Canadian dollar rattled by lower commodity prices
By Frank Pingue
TORONTO (Reuters) - The Canadian dollar was knocked down 1 percent to its lowest level in over two weeks versus the U.S. dollar on Thursday due mainly to a decline in prices for the key commodities that Canada produces.
Canadian bond prices outperformed the U.S. Treasury market and ended mostly higher across the curve after Bank of Canada Governor Mark Carney repeated his view that additional monetary stimulus will be required.
The Canadian dollar closed at C$1.0193 to the U.S. dollar or 98.11 U.S. cents, down from C$1.0072 to the U.S. dollar, or 99.29 U.S. cents, at Wednesday's close.
At one point during the session the Canadian dollar fell to C$1.0240 to the U.S. dollar, or 97.66 U.S. cents, which marked its lowest level since April 15.
Canada is a key producer and exporter of many commodities, so the domestic currency stood little chance of extending a three-session win streak since oil prices fell for the third straight day while gold prices hit a four-month low.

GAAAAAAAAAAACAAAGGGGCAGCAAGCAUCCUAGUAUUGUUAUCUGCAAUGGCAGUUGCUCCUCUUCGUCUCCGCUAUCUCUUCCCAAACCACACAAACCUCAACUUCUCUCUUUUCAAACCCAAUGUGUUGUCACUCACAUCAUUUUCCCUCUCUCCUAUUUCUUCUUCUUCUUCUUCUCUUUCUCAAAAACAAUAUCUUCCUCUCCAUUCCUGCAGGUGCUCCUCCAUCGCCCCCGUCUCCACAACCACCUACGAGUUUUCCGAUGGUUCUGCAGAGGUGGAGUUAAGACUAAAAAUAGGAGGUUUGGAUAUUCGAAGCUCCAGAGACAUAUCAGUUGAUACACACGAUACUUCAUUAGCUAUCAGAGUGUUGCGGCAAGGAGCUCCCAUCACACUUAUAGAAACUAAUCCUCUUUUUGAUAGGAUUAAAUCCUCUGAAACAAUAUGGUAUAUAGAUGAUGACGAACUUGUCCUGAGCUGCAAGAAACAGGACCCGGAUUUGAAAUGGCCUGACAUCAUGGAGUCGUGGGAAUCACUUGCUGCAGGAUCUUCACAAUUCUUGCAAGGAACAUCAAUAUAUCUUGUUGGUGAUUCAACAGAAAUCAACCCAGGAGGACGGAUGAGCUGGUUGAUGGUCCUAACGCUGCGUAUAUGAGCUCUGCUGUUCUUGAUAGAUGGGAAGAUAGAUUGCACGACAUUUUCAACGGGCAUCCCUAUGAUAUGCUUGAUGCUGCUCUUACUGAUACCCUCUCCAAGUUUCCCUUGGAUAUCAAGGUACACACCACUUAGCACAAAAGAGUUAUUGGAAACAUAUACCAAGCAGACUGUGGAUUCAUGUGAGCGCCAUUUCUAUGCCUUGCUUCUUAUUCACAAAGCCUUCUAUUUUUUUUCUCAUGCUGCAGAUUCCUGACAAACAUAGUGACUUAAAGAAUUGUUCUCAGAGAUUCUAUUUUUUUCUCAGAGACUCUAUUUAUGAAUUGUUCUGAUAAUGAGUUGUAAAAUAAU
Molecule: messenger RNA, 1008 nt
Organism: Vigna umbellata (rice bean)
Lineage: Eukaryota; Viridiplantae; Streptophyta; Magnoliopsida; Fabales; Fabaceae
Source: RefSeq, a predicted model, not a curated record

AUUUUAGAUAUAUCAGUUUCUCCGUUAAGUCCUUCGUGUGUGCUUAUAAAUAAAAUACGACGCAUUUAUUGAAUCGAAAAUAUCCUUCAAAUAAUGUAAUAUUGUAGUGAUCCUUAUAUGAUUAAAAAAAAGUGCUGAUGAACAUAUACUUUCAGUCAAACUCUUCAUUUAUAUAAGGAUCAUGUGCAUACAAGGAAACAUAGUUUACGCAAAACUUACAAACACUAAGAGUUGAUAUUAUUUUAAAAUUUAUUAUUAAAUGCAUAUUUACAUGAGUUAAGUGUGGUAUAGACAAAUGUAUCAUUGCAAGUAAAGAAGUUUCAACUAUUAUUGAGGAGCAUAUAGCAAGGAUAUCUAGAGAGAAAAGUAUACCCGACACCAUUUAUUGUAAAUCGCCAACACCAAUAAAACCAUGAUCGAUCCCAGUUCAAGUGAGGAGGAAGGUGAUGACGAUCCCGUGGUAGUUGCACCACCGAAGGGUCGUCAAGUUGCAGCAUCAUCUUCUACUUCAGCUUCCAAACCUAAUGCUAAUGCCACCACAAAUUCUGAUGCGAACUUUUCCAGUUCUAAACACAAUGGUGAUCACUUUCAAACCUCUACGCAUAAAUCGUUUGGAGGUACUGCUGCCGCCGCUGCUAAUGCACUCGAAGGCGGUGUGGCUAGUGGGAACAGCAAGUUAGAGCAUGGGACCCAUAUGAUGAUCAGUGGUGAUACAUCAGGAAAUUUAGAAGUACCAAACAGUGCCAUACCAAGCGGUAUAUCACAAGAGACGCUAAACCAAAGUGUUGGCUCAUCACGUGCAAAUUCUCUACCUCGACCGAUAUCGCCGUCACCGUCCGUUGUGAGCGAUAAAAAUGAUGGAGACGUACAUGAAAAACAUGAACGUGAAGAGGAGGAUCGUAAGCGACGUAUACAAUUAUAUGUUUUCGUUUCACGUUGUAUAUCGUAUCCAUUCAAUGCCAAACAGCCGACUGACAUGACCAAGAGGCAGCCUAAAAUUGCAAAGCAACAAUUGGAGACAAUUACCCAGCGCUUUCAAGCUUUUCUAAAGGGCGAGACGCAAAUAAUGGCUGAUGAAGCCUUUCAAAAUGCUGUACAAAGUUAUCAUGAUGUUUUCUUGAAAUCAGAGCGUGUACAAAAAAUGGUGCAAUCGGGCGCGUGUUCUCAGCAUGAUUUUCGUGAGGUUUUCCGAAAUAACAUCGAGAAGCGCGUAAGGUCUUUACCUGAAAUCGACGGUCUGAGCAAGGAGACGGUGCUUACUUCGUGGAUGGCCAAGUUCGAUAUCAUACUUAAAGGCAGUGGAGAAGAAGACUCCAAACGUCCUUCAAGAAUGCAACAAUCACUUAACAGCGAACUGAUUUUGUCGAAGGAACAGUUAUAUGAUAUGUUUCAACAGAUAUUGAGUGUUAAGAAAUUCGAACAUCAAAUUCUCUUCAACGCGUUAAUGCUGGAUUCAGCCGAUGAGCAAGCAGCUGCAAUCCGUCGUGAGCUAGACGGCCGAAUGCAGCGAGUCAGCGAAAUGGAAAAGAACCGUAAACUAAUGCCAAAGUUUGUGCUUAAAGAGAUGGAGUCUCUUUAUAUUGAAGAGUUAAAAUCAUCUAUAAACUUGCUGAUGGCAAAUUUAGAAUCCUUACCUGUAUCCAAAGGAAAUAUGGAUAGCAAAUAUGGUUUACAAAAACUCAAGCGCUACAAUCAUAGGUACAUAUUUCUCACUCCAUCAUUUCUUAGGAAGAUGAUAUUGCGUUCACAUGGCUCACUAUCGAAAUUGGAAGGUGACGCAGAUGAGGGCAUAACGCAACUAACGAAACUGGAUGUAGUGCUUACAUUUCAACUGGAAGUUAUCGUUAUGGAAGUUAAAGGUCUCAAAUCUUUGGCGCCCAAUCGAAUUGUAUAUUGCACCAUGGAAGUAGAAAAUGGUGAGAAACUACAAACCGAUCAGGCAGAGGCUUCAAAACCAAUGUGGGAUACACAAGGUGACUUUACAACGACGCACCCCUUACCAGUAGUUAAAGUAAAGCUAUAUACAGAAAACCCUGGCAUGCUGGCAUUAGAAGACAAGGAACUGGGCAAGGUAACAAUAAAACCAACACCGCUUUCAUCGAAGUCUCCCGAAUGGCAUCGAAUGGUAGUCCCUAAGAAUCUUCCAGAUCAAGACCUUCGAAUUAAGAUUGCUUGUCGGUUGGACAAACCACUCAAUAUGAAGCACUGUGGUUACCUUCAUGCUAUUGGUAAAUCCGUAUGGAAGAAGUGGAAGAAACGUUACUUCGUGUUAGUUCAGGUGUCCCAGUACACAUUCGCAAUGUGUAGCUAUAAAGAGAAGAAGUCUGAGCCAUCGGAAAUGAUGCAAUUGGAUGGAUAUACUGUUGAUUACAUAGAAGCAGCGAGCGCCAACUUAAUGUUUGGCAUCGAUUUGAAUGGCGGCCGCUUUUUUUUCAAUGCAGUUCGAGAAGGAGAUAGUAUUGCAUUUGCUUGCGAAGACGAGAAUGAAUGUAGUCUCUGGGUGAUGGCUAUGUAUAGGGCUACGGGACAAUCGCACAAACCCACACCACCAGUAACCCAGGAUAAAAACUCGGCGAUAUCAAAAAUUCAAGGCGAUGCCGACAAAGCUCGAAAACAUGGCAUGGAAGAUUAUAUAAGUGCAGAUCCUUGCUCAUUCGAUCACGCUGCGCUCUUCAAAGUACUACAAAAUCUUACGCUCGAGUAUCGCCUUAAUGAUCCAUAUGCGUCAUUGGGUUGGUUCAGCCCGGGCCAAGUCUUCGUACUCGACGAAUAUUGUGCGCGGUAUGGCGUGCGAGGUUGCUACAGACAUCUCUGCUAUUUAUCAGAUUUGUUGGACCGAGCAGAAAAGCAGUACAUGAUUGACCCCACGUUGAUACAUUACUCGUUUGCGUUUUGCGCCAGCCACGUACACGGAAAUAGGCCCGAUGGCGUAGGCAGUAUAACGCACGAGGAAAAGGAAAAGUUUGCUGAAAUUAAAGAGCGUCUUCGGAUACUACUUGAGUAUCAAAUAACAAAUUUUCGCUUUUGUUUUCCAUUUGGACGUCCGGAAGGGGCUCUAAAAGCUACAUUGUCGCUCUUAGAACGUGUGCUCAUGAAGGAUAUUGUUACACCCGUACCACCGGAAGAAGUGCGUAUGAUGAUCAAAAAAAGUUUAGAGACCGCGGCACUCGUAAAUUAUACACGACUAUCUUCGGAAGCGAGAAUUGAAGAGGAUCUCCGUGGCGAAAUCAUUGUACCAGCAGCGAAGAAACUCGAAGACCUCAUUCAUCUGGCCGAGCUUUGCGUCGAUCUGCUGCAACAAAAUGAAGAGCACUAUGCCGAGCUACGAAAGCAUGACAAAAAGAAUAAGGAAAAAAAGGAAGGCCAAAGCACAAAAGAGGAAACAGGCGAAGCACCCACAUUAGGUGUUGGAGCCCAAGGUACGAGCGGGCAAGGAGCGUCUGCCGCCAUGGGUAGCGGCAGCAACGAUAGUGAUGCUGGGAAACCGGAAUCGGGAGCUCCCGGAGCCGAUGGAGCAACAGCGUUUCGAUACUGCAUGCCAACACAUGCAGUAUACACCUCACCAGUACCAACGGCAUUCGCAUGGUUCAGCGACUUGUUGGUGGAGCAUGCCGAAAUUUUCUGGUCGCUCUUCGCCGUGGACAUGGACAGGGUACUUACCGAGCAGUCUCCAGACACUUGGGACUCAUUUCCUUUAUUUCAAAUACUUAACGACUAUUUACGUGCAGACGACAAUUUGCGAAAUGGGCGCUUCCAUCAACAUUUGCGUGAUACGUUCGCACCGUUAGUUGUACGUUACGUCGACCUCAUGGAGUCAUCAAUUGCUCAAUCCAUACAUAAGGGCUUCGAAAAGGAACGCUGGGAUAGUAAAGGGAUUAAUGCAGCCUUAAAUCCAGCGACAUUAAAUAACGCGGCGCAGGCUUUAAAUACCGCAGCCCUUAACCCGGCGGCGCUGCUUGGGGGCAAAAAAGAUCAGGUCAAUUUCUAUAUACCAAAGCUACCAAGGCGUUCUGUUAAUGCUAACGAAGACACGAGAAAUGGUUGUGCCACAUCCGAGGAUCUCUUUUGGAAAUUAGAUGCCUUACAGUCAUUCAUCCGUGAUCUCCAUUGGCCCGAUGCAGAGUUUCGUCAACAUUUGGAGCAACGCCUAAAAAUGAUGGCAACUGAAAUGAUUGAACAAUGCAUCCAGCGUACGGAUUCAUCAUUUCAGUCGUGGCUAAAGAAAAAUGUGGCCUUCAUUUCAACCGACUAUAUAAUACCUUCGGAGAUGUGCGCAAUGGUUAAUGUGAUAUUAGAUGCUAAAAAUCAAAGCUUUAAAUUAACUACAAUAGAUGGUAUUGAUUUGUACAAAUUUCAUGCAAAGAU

"We don't have to look any further than the commodity market," said Matthew Straus, senior currency strategist at RBC Capital Markets.
"It doesn't really matter which commodity you are looking at, all commodities are trading sharply down and that's left the commodity-based currencies under pressure, especially the Canadian dollar."
With no Canadian economic data due out until next week, the currency's direction will be dictated largely by events in the United States, notably the U.S. nonfarm payrolls report for April due out on Friday. Continued...